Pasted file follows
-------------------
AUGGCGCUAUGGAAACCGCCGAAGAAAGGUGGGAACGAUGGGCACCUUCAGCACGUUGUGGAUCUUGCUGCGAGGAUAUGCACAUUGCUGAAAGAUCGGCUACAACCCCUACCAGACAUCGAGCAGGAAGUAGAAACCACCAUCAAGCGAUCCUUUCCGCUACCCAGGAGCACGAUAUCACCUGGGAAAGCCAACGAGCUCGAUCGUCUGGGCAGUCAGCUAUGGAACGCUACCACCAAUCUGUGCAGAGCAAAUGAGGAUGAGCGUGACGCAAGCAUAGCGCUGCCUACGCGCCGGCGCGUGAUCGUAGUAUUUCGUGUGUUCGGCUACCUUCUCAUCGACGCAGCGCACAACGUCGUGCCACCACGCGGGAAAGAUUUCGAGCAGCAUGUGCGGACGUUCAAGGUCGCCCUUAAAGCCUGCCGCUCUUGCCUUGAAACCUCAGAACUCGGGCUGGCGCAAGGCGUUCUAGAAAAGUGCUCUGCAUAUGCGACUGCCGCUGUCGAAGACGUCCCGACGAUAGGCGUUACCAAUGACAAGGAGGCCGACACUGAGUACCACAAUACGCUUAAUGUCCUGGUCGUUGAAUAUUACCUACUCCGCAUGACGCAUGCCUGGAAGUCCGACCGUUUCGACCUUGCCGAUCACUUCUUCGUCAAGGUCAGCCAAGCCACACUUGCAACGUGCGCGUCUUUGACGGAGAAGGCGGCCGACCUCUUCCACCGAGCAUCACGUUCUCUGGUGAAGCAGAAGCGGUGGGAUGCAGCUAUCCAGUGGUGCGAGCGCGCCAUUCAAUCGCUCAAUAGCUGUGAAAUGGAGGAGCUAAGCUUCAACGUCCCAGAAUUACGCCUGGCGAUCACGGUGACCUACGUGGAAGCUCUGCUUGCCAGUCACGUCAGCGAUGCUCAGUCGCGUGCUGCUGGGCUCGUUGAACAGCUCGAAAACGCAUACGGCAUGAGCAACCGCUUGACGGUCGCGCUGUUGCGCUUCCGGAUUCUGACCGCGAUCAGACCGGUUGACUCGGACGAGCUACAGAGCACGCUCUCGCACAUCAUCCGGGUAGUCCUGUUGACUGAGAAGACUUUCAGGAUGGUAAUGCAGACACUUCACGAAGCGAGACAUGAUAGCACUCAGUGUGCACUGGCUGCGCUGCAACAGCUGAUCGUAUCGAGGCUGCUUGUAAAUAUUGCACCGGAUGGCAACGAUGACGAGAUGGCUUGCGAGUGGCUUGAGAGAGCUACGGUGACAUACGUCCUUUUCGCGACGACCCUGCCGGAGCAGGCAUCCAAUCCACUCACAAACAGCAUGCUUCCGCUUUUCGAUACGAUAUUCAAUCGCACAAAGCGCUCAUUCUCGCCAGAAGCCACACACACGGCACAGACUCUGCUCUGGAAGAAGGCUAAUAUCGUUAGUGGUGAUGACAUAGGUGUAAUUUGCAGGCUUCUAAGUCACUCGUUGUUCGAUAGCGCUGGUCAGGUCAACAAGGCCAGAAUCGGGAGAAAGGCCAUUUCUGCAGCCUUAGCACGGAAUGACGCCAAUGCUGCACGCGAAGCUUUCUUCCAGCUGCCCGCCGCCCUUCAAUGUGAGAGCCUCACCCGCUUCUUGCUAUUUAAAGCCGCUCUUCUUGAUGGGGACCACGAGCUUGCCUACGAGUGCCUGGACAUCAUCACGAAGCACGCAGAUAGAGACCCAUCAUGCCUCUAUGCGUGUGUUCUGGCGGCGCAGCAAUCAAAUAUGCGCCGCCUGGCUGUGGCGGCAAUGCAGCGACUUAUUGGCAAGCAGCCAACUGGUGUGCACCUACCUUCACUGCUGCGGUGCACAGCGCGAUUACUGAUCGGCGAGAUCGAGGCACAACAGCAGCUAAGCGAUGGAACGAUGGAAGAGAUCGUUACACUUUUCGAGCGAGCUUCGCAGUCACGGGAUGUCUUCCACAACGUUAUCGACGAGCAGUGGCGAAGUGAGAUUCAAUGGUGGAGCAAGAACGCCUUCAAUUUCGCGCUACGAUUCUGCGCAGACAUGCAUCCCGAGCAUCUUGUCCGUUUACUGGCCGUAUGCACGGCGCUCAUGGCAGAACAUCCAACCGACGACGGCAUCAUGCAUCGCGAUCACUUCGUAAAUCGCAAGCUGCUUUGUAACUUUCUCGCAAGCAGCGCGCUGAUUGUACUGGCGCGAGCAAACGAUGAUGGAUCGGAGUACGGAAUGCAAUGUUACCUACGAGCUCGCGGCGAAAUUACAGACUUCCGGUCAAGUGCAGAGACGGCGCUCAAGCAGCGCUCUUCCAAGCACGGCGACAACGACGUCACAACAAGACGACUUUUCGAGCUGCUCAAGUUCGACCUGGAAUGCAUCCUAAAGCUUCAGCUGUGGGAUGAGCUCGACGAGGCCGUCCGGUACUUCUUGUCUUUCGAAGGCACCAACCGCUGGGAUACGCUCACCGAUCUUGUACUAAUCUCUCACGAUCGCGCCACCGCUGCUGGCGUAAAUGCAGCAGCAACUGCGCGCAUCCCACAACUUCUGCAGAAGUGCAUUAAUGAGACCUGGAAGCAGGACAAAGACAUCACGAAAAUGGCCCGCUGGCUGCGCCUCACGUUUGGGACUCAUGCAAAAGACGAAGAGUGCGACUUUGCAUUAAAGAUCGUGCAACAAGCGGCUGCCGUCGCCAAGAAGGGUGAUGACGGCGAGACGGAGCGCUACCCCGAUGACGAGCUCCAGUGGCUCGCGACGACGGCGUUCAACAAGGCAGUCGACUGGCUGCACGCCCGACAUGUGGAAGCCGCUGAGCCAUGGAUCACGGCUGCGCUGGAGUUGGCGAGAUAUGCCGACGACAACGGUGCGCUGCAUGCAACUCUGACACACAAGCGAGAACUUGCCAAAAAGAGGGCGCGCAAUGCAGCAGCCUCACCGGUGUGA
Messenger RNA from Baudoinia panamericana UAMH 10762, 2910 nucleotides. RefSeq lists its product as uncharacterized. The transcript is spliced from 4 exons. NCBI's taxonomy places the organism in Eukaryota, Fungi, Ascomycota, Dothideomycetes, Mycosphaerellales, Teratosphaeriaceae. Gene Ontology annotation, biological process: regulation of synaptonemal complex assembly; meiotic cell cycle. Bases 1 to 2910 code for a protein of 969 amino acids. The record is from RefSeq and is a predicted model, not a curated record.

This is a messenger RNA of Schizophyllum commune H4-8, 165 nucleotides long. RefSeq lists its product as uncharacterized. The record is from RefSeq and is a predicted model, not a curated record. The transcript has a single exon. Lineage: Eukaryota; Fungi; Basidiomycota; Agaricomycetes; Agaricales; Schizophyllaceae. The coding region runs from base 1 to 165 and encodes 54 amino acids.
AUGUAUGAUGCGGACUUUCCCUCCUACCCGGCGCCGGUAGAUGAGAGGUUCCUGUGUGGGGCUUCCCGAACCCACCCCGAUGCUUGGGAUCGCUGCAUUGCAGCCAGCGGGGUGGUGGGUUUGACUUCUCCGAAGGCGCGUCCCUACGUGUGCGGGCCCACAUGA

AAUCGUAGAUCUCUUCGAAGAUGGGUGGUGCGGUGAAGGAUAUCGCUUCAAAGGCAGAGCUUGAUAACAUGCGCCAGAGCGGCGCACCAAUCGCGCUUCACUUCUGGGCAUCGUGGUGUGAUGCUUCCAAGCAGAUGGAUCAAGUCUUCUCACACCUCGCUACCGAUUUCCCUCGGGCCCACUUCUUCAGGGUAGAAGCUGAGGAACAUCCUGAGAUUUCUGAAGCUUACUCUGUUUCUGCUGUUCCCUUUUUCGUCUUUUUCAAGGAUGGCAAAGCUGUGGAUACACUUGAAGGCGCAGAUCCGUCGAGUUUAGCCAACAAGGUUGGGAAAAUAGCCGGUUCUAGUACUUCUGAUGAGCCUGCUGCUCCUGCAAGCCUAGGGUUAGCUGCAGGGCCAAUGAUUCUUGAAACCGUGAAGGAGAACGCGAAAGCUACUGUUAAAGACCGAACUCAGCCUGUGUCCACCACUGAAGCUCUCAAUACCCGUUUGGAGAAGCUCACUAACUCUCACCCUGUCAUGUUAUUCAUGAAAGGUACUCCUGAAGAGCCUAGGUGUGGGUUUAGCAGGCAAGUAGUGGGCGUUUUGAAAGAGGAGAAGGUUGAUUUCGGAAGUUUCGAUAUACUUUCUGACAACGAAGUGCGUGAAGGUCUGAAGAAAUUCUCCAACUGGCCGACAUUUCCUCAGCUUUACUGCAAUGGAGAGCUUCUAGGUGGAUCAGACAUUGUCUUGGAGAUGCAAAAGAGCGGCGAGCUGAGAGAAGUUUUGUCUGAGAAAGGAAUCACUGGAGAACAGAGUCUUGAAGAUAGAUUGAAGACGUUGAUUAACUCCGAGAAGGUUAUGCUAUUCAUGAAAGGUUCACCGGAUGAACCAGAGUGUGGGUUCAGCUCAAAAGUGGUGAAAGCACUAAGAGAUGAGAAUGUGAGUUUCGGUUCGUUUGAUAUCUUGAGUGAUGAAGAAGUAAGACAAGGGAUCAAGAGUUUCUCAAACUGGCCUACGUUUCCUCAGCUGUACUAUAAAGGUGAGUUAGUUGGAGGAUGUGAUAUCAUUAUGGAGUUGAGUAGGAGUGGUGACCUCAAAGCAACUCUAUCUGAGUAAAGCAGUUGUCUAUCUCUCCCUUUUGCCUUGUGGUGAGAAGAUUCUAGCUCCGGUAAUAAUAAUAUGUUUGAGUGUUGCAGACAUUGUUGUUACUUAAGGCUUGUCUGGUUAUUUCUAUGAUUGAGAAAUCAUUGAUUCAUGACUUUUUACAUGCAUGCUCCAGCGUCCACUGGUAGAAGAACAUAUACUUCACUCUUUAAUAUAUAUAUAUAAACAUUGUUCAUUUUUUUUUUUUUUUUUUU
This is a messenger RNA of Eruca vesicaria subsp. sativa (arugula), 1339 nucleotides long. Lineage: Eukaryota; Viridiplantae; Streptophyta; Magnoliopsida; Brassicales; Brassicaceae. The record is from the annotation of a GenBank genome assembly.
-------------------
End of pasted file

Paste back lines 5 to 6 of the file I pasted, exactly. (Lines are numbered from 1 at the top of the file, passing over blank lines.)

AAUCGUAGAUCUCUUCGAAGAUGGGUGGUGCGGUGAAGGAUAUCGCUUCAAAGGCAGAGCUUGAUAACAUGCGCCAGAGCGGCGCACCAAUCGCGCUUCACUUCUGGGCAUCGUGGUGUGAUGCUUCCAAGCAGAUGGAUCAAGUCUUCUCACACCUCGCUACCGAUUUCCCUCGGGCCCACUUCUUCAGGGUAGAAGCUGAGGAACAUCCUGAGAUUUCUGAAGCUUACUCUGUUUCUGCUGUUCCCUUUUUCGUCUUUUUCAAGGAUGGCAAAGCUGUGGAUACACUUGAAGGCGCAGAUCCGUCGAGUUUAGCCAACAAGGUUGGGAAAAUAGCCGGUUCUAGUACUUCUGAUGAGCCUGCUGCUCCUGCAAGCCUAGGGUUAGCUGCAGGGCCAAUGAUUCUUGAAACCGUGAAGGAGAACGCGAAAGCUACUGUUAAAGACCGAACUCAGCCUGUGUCCACCACUGAAGCUCUCAAUACCCGUUUGGAGAAGCUCACUAACUCUCACCCUGUCAUGUUAUUCAUGAAAGGUACUCCUGAAGAGCCUAGGUGUGGGUUUAGCAGGCAAGUAGUGGGCGUUUUGAAAGAGGAGAAGGUUGAUUUCGGAAGUUUCGAUAUACUUUCUGACAACGAAGUGCGUGAAGGUCUGAAGAAAUUCUCCAACUGGCCGACAUUUCCUCAGCUUUACUGCAAUGGAGAGCUUCUAGGUGGAUCAGACAUUGUCUUGGAGAUGCAAAAGAGCGGCGAGCUGAGAGAAGUUUUGUCUGAGAAAGGAAUCACUGGAGAACAGAGUCUUGAAGAUAGAUUGAAGACGUUGAUUAACUCCGAGAAGGUUAUGCUAUUCAUGAAAGGUUCACCGGAUGAACCAGAGUGUGGGUUCAGCUCAAAAGUGGUGAAAGCACUAAGAGAUGAGAAUGUGAGUUUCGGUUCGUUUGAUAUCUUGAGUGAUGAAGAAGUAAGACAAGGGAUCAAGAGUUUCUCAAACUGGCCUACGUUUCCUCAGCUGUACUAUAAAGGUGAGUUAGUUGGAGGAUGUGAUAUCAUUAUGGAGUUGAGUAGGAGUGGUGACCUCAAAGCAACUCUAUCUGAGUAAAGCAGUUGUCUAUCUCUCCCUUUUGCCUUGUGGUGAGAAGAUUCUAGCUCCGGUAAUAAUAAUAUGUUUGAGUGUUGCAGACAUUGUUGUUACUUAAGGCUUGUCUGGUUAUUUCUAUGAUUGAGAAAUCAUUGAUUCAUGACUUUUUACAUGCAUGCUCCAGCGUCCACUGGUAGAAGAACAUAUACUUCACUCUUUAAUAUAUAUAUAUAAACAUUGUUCAUUUUUUUUUUUUUUUUUUU
This is a messenger RNA of Eruca vesicaria subsp. sativa (arugula), 1339 nucleotides long. Lineage: Eukaryota; Viridiplantae; Streptophyta; Magnoliopsida; Brassicales; Brassicaceae. The record is from the annotation of a GenBank genome assembly.